What were the required qualifications, and how did you demonstrate those satisfactorily?

For a first-time board director aspirant, it is important to start with a solid understanding of what the role entails so you can properly articulate how your previous experience and skillset make you a great fit.In my experience, I have found that organizations are often looking for board directors with some financial management, accounting or legal skillsets so if you have that, it is important to highlight them. You could also specifically look for organizations within your current industry because then you have industry-specific experience to offer.

What impact do you think you currently make in this role?

I would have to be at least 2 or 3 years into this role to look back and see clear, significant impact. However, I believe that I have been contributing to important organizational decisions being made which could impact the residents’ well-being and it often feels gratifying to be able to contribute by challenging assumptions and asking strategic questions, and to help the organization position for opportunities.

Are there any disadvantages to volunteering with Boards in this way, especially as women who juggle other responsibilities?

In my experience, I have not experienced much difficulty combining this role with the other responsibilities on my plate. In terms of time burden for this, I try to set aside the time to do the research and read up about trends in the industry and that has been a great learning experience for me. Reading wide and doing some pre-work ahead of meetings also helps. One of the things I needed to give myself permission to do was to speak up and bring my experience and viewpoint into the meetings. So, my advice to women would be to get comfortable speaking and providing their perspectives with the goal of advancing the organization’s vision.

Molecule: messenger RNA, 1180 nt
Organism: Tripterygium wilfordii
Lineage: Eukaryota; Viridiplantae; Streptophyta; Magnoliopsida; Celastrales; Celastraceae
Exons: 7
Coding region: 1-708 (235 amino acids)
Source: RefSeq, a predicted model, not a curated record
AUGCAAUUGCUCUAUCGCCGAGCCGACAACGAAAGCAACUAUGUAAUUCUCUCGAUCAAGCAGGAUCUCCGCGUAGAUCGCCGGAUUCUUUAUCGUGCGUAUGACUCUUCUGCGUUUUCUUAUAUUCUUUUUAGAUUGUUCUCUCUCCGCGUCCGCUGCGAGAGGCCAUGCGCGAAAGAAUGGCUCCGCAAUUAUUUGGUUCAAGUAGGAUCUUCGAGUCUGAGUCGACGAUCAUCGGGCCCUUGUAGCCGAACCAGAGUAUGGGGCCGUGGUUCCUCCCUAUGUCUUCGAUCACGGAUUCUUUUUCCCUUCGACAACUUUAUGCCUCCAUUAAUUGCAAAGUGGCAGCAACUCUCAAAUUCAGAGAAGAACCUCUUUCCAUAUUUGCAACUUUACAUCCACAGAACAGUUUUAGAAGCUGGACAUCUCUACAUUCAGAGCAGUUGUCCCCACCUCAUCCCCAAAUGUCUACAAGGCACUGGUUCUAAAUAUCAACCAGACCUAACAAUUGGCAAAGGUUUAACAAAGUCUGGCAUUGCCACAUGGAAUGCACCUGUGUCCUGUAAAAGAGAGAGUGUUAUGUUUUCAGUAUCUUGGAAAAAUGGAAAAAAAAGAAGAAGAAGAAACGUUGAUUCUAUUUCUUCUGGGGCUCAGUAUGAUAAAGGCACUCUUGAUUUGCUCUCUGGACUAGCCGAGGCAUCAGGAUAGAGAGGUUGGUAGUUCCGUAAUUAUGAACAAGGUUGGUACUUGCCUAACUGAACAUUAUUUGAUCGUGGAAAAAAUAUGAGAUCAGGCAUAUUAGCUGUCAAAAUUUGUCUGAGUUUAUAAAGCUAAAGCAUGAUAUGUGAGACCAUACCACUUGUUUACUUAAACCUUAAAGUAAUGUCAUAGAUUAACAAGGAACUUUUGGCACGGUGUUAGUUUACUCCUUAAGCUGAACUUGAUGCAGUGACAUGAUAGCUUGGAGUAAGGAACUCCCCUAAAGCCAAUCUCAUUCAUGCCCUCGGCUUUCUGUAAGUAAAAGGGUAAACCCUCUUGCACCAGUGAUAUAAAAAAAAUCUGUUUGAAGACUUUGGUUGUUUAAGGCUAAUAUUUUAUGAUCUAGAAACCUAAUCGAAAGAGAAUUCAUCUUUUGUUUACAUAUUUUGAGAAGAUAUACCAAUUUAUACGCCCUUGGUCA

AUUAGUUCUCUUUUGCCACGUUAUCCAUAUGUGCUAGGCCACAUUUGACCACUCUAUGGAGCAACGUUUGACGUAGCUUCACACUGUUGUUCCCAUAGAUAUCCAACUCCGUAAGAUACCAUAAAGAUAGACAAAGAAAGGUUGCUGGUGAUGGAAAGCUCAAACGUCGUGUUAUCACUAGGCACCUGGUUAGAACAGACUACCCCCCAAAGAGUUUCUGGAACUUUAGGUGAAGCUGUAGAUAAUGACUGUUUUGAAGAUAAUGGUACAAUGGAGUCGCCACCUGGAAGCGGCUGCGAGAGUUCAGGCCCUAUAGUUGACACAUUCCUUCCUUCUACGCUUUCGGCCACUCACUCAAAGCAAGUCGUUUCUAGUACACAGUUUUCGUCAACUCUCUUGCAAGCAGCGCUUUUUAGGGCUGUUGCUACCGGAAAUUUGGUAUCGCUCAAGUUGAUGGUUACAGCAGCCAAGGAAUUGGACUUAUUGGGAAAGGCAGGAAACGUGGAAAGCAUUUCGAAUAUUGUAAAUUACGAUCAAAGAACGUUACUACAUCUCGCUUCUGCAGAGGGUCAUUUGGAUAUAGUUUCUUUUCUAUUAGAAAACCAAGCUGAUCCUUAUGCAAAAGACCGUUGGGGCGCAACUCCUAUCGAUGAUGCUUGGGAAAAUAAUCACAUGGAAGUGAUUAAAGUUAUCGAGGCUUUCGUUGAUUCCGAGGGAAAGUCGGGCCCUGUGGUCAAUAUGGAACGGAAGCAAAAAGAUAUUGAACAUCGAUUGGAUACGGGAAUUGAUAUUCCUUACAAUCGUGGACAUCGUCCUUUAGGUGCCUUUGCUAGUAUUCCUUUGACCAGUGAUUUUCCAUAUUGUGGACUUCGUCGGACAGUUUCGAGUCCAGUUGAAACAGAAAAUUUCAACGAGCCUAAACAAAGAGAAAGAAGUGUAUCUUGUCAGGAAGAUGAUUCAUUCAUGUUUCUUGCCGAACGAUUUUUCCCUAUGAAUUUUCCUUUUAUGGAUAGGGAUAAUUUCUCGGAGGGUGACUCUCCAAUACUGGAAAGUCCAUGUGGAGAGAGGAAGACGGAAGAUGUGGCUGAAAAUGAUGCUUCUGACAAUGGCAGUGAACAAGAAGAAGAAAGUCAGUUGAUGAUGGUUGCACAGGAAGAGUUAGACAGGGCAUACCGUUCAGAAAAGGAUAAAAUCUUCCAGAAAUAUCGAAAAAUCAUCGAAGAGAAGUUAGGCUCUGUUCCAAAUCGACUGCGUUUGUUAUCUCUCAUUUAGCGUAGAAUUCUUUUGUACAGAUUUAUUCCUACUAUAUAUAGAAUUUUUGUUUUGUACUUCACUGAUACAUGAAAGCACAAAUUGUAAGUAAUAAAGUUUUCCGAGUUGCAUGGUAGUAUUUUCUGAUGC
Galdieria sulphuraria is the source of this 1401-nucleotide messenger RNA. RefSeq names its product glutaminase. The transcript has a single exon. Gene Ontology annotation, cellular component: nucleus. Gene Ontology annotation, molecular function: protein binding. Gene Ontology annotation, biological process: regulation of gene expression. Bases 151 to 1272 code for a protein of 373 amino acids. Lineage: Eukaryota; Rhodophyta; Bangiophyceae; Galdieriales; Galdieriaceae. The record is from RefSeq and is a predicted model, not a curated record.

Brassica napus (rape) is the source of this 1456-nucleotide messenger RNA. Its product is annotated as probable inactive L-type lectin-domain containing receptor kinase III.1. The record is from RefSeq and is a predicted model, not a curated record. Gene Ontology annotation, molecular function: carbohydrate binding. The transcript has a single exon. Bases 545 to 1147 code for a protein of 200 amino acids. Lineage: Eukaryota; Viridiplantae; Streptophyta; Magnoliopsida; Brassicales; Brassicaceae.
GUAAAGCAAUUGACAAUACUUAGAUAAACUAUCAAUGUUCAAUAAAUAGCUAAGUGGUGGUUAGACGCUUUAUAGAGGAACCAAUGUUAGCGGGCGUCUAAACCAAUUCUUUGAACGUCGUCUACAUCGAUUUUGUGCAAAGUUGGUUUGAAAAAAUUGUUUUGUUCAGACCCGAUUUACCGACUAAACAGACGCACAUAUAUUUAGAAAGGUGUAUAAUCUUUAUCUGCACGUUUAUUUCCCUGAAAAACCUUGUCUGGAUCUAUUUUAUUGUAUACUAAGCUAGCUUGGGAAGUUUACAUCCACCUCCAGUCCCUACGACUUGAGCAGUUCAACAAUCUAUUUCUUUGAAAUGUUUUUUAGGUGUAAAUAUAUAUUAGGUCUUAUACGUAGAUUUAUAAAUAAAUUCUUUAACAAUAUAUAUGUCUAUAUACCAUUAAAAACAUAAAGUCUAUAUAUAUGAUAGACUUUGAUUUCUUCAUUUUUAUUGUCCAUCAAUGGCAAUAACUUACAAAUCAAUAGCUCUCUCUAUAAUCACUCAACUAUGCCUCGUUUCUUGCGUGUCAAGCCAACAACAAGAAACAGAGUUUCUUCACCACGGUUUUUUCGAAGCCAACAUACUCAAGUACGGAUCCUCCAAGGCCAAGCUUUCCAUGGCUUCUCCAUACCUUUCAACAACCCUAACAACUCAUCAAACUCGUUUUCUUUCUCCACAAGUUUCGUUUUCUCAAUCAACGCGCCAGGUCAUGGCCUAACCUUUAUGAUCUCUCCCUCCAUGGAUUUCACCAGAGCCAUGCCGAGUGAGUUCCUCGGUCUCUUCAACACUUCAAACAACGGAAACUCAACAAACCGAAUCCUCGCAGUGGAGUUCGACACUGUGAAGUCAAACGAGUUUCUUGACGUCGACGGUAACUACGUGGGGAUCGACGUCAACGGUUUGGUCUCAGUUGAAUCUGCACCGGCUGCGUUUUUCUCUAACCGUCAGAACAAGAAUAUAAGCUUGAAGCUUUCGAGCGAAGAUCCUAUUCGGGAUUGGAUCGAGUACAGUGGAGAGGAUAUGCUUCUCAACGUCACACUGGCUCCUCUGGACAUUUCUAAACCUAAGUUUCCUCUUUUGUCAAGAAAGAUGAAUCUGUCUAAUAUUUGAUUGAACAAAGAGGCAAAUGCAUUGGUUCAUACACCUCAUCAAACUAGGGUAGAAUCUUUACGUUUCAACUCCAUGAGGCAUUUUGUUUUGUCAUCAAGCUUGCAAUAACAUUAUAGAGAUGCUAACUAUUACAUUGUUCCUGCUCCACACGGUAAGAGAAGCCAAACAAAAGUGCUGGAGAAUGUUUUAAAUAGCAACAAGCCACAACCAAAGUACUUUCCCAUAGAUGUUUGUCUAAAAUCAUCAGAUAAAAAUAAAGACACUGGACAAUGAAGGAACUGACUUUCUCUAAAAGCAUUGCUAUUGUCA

What’s your final advice for women who are interested in getting on boards?

I would first say that I believe that leadership is a trait that we grow with intentionality. And because of this, my advice is to identify coaches, mentors, and people to look up to. And while continuing to do the work required to become a better leader, I would also advise that one should apply to as many board positions until you find one that works for you.



Adetola Oladimeji is a medical doctor and a global health leader who is deeply interested in the use of digital health technologies for optimizing population health outcomes. She is committed to lifelong learning, continuous personal development, and intentional community building. Check out her research and other publications here.